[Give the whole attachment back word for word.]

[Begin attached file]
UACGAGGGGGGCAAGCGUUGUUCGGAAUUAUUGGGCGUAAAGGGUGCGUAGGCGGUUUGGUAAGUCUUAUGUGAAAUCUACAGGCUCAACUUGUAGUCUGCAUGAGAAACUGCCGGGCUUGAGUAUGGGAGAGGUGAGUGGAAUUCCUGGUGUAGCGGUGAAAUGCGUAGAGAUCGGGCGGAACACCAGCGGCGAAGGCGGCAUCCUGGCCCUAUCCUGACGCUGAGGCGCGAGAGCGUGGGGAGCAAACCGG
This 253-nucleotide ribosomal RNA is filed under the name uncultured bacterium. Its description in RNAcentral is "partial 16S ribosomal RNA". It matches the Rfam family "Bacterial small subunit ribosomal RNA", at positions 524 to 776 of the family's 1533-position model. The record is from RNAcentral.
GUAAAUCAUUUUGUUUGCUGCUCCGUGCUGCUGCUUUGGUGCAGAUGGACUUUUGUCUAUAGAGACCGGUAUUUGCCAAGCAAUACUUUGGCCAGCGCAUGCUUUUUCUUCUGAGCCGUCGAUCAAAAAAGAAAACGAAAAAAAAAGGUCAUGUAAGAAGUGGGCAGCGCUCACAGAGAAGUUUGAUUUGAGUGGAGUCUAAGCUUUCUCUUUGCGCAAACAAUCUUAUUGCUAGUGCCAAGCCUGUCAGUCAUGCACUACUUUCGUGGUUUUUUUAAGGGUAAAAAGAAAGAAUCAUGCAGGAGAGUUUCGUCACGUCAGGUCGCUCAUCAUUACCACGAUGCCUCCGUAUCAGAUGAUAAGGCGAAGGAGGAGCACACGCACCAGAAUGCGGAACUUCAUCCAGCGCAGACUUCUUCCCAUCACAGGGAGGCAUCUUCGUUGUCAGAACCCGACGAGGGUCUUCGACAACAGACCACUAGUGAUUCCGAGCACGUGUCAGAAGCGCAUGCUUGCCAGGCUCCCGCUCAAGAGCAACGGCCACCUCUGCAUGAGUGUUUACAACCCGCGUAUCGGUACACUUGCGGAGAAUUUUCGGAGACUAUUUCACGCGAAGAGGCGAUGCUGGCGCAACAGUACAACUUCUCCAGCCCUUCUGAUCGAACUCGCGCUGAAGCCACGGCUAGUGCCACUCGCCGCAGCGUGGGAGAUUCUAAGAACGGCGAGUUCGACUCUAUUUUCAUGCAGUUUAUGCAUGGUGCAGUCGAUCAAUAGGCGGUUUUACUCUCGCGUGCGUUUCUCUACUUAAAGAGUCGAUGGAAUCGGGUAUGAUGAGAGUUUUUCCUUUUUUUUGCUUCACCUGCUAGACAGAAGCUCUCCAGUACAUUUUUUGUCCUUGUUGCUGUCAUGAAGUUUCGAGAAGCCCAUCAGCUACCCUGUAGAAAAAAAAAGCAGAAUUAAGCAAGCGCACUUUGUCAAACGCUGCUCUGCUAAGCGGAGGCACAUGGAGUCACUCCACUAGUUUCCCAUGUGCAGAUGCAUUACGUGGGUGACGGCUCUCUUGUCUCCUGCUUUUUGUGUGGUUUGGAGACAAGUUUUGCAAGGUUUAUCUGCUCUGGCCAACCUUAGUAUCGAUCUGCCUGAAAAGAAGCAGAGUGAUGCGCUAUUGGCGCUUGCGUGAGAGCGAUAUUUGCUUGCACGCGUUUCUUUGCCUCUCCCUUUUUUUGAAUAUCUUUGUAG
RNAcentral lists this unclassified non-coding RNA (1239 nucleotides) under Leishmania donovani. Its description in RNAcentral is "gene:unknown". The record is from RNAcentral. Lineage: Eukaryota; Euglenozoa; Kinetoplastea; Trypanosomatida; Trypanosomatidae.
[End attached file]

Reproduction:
UACGAGGGGGGCAAGCGUUGUUCGGAAUUAUUGGGCGUAAAGGGUGCGUAGGCGGUUUGGUAAGUCUUAUGUGAAAUCUACAGGCUCAACUUGUAGUCUGCAUGAGAAACUGCCGGGCUUGAGUAUGGGAGAGGUGAGUGGAAUUCCUGGUGUAGCGGUGAAAUGCGUAGAGAUCGGGCGGAACACCAGCGGCGAAGGCGGCAUCCUGGCCCUAUCCUGACGCUGAGGCGCGAGAGCGUGGGGAGCAAACCGG
This 253-nucleotide ribosomal RNA is filed under the name uncultured bacterium. Its description in RNAcentral is "partial 16S ribosomal RNA". It matches the Rfam family "Bacterial small subunit ribosomal RNA", at positions 524 to 776 of the family's 1533-position model. The record is from RNAcentral.
GUAAAUCAUUUUGUUUGCUGCUCCGUGCUGCUGCUUUGGUGCAGAUGGACUUUUGUCUAUAGAGACCGGUAUUUGCCAAGCAAUACUUUGGCCAGCGCAUGCUUUUUCUUCUGAGCCGUCGAUCAAAAAAGAAAACGAAAAAAAAAGGUCAUGUAAGAAGUGGGCAGCGCUCACAGAGAAGUUUGAUUUGAGUGGAGUCUAAGCUUUCUCUUUGCGCAAACAAUCUUAUUGCUAGUGCCAAGCCUGUCAGUCAUGCACUACUUUCGUGGUUUUUUUAAGGGUAAAAAGAAAGAAUCAUGCAGGAGAGUUUCGUCACGUCAGGUCGCUCAUCAUUACCACGAUGCCUCCGUAUCAGAUGAUAAGGCGAAGGAGGAGCACACGCACCAGAAUGCGGAACUUCAUCCAGCGCAGACUUCUUCCCAUCACAGGGAGGCAUCUUCGUUGUCAGAACCCGACGAGGGUCUUCGACAACAGACCACUAGUGAUUCCGAGCACGUGUCAGAAGCGCAUGCUUGCCAGGCUCCCGCUCAAGAGCAACGGCCACCUCUGCAUGAGUGUUUACAACCCGCGUAUCGGUACACUUGCGGAGAAUUUUCGGAGACUAUUUCACGCGAAGAGGCGAUGCUGGCGCAACAGUACAACUUCUCCAGCCCUUCUGAUCGAACUCGCGCUGAAGCCACGGCUAGUGCCACUCGCCGCAGCGUGGGAGAUUCUAAGAACGGCGAGUUCGACUCUAUUUUCAUGCAGUUUAUGCAUGGUGCAGUCGAUCAAUAGGCGGUUUUACUCUCGCGUGCGUUUCUCUACUUAAAGAGUCGAUGGAAUCGGGUAUGAUGAGAGUUUUUCCUUUUUUUUGCUUCACCUGCUAGACAGAAGCUCUCCAGUACAUUUUUUGUCCUUGUUGCUGUCAUGAAGUUUCGAGAAGCCCAUCAGCUACCCUGUAGAAAAAAAAAGCAGAAUUAAGCAAGCGCACUUUGUCAAACGCUGCUCUGCUAAGCGGAGGCACAUGGAGUCACUCCACUAGUUUCCCAUGUGCAGAUGCAUUACGUGGGUGACGGCUCUCUUGUCUCCUGCUUUUUGUGUGGUUUGGAGACAAGUUUUGCAAGGUUUAUCUGCUCUGGCCAACCUUAGUAUCGAUCUGCCUGAAAAGAAGCAGAGUGAUGCGCUAUUGGCGCUUGCGUGAGAGCGAUAUUUGCUUGCACGCGUUUCUUUGCCUCUCCCUUUUUUUGAAUAUCUUUGUAG
RNAcentral lists this unclassified non-coding RNA (1239 nucleotides) under Leishmania donovani. Its description in RNAcentral is "gene:unknown". The record is from RNAcentral. Lineage: Eukaryota; Euglenozoa; Kinetoplastea; Trypanosomatida; Trypanosomatidae.